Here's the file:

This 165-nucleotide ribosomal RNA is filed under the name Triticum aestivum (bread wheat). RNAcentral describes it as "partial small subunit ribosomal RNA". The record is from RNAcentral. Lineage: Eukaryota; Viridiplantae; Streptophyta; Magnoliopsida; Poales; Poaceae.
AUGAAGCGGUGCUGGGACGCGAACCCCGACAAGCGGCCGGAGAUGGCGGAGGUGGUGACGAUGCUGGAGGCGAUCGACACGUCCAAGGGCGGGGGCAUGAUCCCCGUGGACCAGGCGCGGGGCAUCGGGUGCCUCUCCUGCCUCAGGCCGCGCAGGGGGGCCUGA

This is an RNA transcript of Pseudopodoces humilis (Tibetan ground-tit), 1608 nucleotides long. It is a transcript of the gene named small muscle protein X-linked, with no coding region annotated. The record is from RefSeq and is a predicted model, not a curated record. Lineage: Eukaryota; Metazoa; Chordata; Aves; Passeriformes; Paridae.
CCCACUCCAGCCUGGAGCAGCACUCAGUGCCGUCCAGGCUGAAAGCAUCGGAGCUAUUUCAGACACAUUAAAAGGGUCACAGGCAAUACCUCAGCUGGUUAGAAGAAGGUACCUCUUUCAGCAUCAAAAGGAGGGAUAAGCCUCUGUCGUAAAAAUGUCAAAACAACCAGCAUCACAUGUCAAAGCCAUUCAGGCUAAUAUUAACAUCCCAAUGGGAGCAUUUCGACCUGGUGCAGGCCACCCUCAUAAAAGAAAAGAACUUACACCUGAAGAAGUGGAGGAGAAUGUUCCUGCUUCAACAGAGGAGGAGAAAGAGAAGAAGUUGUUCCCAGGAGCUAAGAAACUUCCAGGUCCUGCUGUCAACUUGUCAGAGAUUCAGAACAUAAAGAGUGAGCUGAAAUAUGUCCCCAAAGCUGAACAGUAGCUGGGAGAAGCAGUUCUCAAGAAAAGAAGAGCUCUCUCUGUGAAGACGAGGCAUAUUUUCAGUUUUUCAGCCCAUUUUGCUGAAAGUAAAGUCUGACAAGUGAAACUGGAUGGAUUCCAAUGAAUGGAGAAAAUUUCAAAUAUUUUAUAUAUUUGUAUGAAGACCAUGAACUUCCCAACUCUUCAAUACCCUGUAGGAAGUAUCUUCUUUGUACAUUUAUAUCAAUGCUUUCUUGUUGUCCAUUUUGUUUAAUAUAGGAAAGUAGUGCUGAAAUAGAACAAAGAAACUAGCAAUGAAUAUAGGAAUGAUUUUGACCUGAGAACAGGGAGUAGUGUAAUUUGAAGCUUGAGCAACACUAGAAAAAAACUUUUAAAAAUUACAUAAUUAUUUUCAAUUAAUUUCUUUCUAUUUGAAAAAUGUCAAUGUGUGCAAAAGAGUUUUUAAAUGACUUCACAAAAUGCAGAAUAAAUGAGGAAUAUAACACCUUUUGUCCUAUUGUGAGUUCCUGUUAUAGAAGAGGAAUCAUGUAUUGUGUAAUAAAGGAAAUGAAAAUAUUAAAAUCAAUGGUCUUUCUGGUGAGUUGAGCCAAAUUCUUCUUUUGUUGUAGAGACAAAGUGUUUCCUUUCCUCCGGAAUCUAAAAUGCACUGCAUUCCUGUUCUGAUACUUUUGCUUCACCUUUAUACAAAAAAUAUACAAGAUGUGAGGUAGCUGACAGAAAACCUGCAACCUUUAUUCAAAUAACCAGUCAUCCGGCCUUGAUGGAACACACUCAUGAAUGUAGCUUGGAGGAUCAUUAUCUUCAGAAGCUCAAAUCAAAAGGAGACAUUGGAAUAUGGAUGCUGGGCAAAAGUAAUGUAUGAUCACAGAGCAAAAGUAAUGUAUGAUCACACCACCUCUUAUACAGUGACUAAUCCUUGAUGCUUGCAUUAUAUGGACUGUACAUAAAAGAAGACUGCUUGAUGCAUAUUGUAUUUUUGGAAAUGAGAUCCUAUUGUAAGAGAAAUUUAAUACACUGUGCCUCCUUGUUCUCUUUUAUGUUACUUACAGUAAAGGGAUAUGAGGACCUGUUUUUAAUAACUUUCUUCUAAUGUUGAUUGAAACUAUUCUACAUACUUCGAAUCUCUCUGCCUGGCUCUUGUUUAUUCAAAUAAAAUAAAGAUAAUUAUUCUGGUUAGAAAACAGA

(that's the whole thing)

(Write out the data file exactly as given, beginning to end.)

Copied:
This 165-nucleotide ribosomal RNA is filed under the name Triticum aestivum (bread wheat). RNAcentral describes it as "partial small subunit ribosomal RNA". The record is from RNAcentral. Lineage: Eukaryota; Viridiplantae; Streptophyta; Magnoliopsida; Poales; Poaceae.
AUGAAGCGGUGCUGGGACGCGAACCCCGACAAGCGGCCGGAGAUGGCGGAGGUGGUGACGAUGCUGGAGGCGAUCGACACGUCCAAGGGCGGGGGCAUGAUCCCCGUGGACCAGGCGCGGGGCAUCGGGUGCCUCUCCUGCCUCAGGCCGCGCAGGGGGGCCUGA

This is an RNA transcript of Pseudopodoces humilis (Tibetan ground-tit), 1608 nucleotides long. It is a transcript of the gene named small muscle protein X-linked, with no coding region annotated. The record is from RefSeq and is a predicted model, not a curated record. Lineage: Eukaryota; Metazoa; Chordata; Aves; Passeriformes; Paridae.
CCCACUCCAGCCUGGAGCAGCACUCAGUGCCGUCCAGGCUGAAAGCAUCGGAGCUAUUUCAGACACAUUAAAAGGGUCACAGGCAAUACCUCAGCUGGUUAGAAGAAGGUACCUCUUUCAGCAUCAAAAGGAGGGAUAAGCCUCUGUCGUAAAAAUGUCAAAACAACCAGCAUCACAUGUCAAAGCCAUUCAGGCUAAUAUUAACAUCCCAAUGGGAGCAUUUCGACCUGGUGCAGGCCACCCUCAUAAAAGAAAAGAACUUACACCUGAAGAAGUGGAGGAGAAUGUUCCUGCUUCAACAGAGGAGGAGAAAGAGAAGAAGUUGUUCCCAGGAGCUAAGAAACUUCCAGGUCCUGCUGUCAACUUGUCAGAGAUUCAGAACAUAAAGAGUGAGCUGAAAUAUGUCCCCAAAGCUGAACAGUAGCUGGGAGAAGCAGUUCUCAAGAAAAGAAGAGCUCUCUCUGUGAAGACGAGGCAUAUUUUCAGUUUUUCAGCCCAUUUUGCUGAAAGUAAAGUCUGACAAGUGAAACUGGAUGGAUUCCAAUGAAUGGAGAAAAUUUCAAAUAUUUUAUAUAUUUGUAUGAAGACCAUGAACUUCCCAACUCUUCAAUACCCUGUAGGAAGUAUCUUCUUUGUACAUUUAUAUCAAUGCUUUCUUGUUGUCCAUUUUGUUUAAUAUAGGAAAGUAGUGCUGAAAUAGAACAAAGAAACUAGCAAUGAAUAUAGGAAUGAUUUUGACCUGAGAACAGGGAGUAGUGUAAUUUGAAGCUUGAGCAACACUAGAAAAAAACUUUUAAAAAUUACAUAAUUAUUUUCAAUUAAUUUCUUUCUAUUUGAAAAAUGUCAAUGUGUGCAAAAGAGUUUUUAAAUGACUUCACAAAAUGCAGAAUAAAUGAGGAAUAUAACACCUUUUGUCCUAUUGUGAGUUCCUGUUAUAGAAGAGGAAUCAUGUAUUGUGUAAUAAAGGAAAUGAAAAUAUUAAAAUCAAUGGUCUUUCUGGUGAGUUGAGCCAAAUUCUUCUUUUGUUGUAGAGACAAAGUGUUUCCUUUCCUCCGGAAUCUAAAAUGCACUGCAUUCCUGUUCUGAUACUUUUGCUUCACCUUUAUACAAAAAAUAUACAAGAUGUGAGGUAGCUGACAGAAAACCUGCAACCUUUAUUCAAAUAACCAGUCAUCCGGCCUUGAUGGAACACACUCAUGAAUGUAGCUUGGAGGAUCAUUAUCUUCAGAAGCUCAAAUCAAAAGGAGACAUUGGAAUAUGGAUGCUGGGCAAAAGUAAUGUAUGAUCACAGAGCAAAAGUAAUGUAUGAUCACACCACCUCUUAUACAGUGACUAAUCCUUGAUGCUUGCAUUAUAUGGACUGUACAUAAAAGAAGACUGCUUGAUGCAUAUUGUAUUUUUGGAAAUGAGAUCCUAUUGUAAGAGAAAUUUAAUACACUGUGCCUCCUUGUUCUCUUUUAUGUUACUUACAGUAAAGGGAUAUGAGGACCUGUUUUUAAUAACUUUCUUCUAAUGUUGAUUGAAACUAUUCUACAUACUUCGAAUCUCUCUGCCUGGCUCUUGUUUAUUCAAAUAAAAUAAAGAUAAUUAUUCUGGUUAGAAAACAGA